Children with rheumatic disease, who are infected with influenza, have an increased rate of complications. These complications can be reduced by improving the flu vaccination rate. This paper's aim is to document the authors' purpose of increasing the influenza vaccination rate through information technology (IT) intervention in this high risk population of patients.
The authors retrospectively reviewed the electronic health records (EHR) of three yearly cohorts (2007, 2008, and 2009) of rheumatology clinic patients from a large pediatric hospital for evidence of influenza vaccination. They introduced an automatic best practice reminder intervention in patients' EHR from September 2009 to April 2010. Using Clarity Report Write for EPIC, each chart was examined for evidence of influenza vaccination to test for vaccination rate difference among the cohorts. The authors employed logistic regression equations to control for possible confounders using SAS 9.1.3.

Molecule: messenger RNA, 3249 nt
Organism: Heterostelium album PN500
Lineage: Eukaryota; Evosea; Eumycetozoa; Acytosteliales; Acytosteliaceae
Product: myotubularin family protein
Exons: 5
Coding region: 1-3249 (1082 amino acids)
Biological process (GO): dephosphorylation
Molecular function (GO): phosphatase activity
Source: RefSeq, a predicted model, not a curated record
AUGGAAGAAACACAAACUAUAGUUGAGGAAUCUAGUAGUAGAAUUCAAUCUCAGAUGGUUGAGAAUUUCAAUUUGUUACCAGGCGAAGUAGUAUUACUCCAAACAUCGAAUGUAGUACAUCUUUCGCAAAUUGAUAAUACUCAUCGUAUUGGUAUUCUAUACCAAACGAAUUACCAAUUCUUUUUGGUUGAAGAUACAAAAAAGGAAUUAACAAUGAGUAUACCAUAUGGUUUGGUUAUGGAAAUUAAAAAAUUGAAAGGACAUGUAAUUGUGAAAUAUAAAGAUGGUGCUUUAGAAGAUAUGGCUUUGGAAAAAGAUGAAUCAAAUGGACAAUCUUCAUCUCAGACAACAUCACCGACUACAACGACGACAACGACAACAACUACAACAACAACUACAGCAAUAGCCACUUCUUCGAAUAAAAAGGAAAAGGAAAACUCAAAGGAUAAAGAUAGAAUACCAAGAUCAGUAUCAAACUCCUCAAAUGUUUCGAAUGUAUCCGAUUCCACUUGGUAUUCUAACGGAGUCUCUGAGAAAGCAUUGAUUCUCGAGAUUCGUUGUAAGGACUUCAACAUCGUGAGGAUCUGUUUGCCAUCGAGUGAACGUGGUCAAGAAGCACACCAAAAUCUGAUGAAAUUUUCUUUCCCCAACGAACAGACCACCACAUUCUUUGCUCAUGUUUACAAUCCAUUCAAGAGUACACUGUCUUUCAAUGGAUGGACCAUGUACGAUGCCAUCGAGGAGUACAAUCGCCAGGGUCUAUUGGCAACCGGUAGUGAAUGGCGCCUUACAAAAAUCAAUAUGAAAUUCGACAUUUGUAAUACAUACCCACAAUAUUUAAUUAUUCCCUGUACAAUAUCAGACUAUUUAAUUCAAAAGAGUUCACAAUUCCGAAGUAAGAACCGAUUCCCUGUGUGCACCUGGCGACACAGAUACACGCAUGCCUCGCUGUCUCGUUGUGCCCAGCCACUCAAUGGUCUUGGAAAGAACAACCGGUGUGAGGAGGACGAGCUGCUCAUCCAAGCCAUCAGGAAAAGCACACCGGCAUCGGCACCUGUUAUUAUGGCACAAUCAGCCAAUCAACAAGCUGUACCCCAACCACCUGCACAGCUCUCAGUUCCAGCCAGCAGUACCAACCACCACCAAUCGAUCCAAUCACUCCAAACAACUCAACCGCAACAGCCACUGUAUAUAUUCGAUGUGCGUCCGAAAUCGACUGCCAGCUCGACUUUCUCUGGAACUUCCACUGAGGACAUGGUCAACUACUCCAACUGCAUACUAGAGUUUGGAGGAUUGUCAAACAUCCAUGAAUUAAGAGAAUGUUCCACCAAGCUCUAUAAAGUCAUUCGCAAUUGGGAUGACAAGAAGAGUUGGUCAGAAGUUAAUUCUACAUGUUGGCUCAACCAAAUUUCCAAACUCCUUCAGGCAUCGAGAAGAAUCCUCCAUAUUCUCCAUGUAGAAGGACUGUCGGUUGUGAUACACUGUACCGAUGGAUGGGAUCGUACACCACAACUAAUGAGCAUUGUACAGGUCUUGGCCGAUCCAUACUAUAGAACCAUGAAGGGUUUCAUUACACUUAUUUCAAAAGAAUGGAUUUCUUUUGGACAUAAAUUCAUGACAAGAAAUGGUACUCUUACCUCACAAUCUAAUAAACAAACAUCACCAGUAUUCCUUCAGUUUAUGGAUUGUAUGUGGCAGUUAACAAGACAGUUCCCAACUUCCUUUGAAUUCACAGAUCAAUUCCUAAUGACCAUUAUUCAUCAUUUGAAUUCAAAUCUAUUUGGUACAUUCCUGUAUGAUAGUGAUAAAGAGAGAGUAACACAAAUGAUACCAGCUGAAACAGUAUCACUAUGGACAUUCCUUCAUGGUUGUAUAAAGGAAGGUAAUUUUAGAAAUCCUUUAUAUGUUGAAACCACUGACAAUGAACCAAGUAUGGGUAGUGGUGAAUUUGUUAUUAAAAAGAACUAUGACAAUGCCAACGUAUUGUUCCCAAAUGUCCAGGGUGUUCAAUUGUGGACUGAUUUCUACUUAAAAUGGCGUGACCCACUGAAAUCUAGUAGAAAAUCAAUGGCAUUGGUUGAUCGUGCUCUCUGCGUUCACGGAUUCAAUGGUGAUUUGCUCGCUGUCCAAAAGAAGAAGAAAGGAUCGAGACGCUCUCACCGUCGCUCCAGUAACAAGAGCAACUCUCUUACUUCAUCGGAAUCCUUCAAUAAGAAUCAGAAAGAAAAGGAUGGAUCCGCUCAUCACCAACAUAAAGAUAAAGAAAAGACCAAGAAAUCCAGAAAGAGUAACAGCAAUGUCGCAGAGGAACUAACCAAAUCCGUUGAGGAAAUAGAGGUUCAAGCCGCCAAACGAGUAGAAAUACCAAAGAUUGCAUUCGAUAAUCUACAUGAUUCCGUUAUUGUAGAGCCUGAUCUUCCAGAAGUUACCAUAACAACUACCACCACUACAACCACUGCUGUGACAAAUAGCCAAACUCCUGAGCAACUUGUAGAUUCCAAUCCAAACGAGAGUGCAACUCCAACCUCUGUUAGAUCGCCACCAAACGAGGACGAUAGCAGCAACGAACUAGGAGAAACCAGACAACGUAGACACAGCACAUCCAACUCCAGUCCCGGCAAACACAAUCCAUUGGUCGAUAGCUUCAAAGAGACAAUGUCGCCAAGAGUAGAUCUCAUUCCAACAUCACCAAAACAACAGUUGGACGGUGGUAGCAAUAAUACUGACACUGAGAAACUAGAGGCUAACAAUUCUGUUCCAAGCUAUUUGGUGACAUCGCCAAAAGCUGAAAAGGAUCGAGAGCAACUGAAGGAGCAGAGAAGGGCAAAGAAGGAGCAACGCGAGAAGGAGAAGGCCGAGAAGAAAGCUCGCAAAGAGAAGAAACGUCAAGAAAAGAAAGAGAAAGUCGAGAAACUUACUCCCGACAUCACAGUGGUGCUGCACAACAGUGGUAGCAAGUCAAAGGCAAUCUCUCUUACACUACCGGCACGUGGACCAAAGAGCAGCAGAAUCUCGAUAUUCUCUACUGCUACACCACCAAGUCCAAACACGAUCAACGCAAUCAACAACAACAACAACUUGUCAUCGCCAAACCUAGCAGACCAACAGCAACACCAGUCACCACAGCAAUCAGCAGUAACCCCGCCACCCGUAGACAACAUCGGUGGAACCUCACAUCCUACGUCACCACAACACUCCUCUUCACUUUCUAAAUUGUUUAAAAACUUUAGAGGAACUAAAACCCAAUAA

There was a significant difference in the probability of being vaccinated before and after intervention (p value <0.0001).The vaccination rate increased from 5.9 percent in 2007, 7.8 percent in 2008 and to 25.5 percent in 2009. During all three years, individual attending's contribution and ethnicity of patients had significant effects on vaccination rate. Confounders such as age, sex, insurance status and distance travelled from clinic had no effect on the vaccination rate.
EHR‐embedded information in past studies has been only modestly effective in improving care for many chronic conditions. The automatic best practice reminder for flu‐vaccine appears to be effective for changing physician's behaviors and improving the vaccination rate in rheumatology clinics.
Patwardhan, A., Kelleher, K., Cunningham, D., Menke, J. and Spencer, C. (2011), "The use of a mandatory best practice reminder in the electronic record improves influenza vaccination rate in a pediatric rheumatology clinic", Clinical Governance: An International Journal, Vol. 16 No. 4, pp. 308-319. https://doi.org/10.1108/14777271111175350
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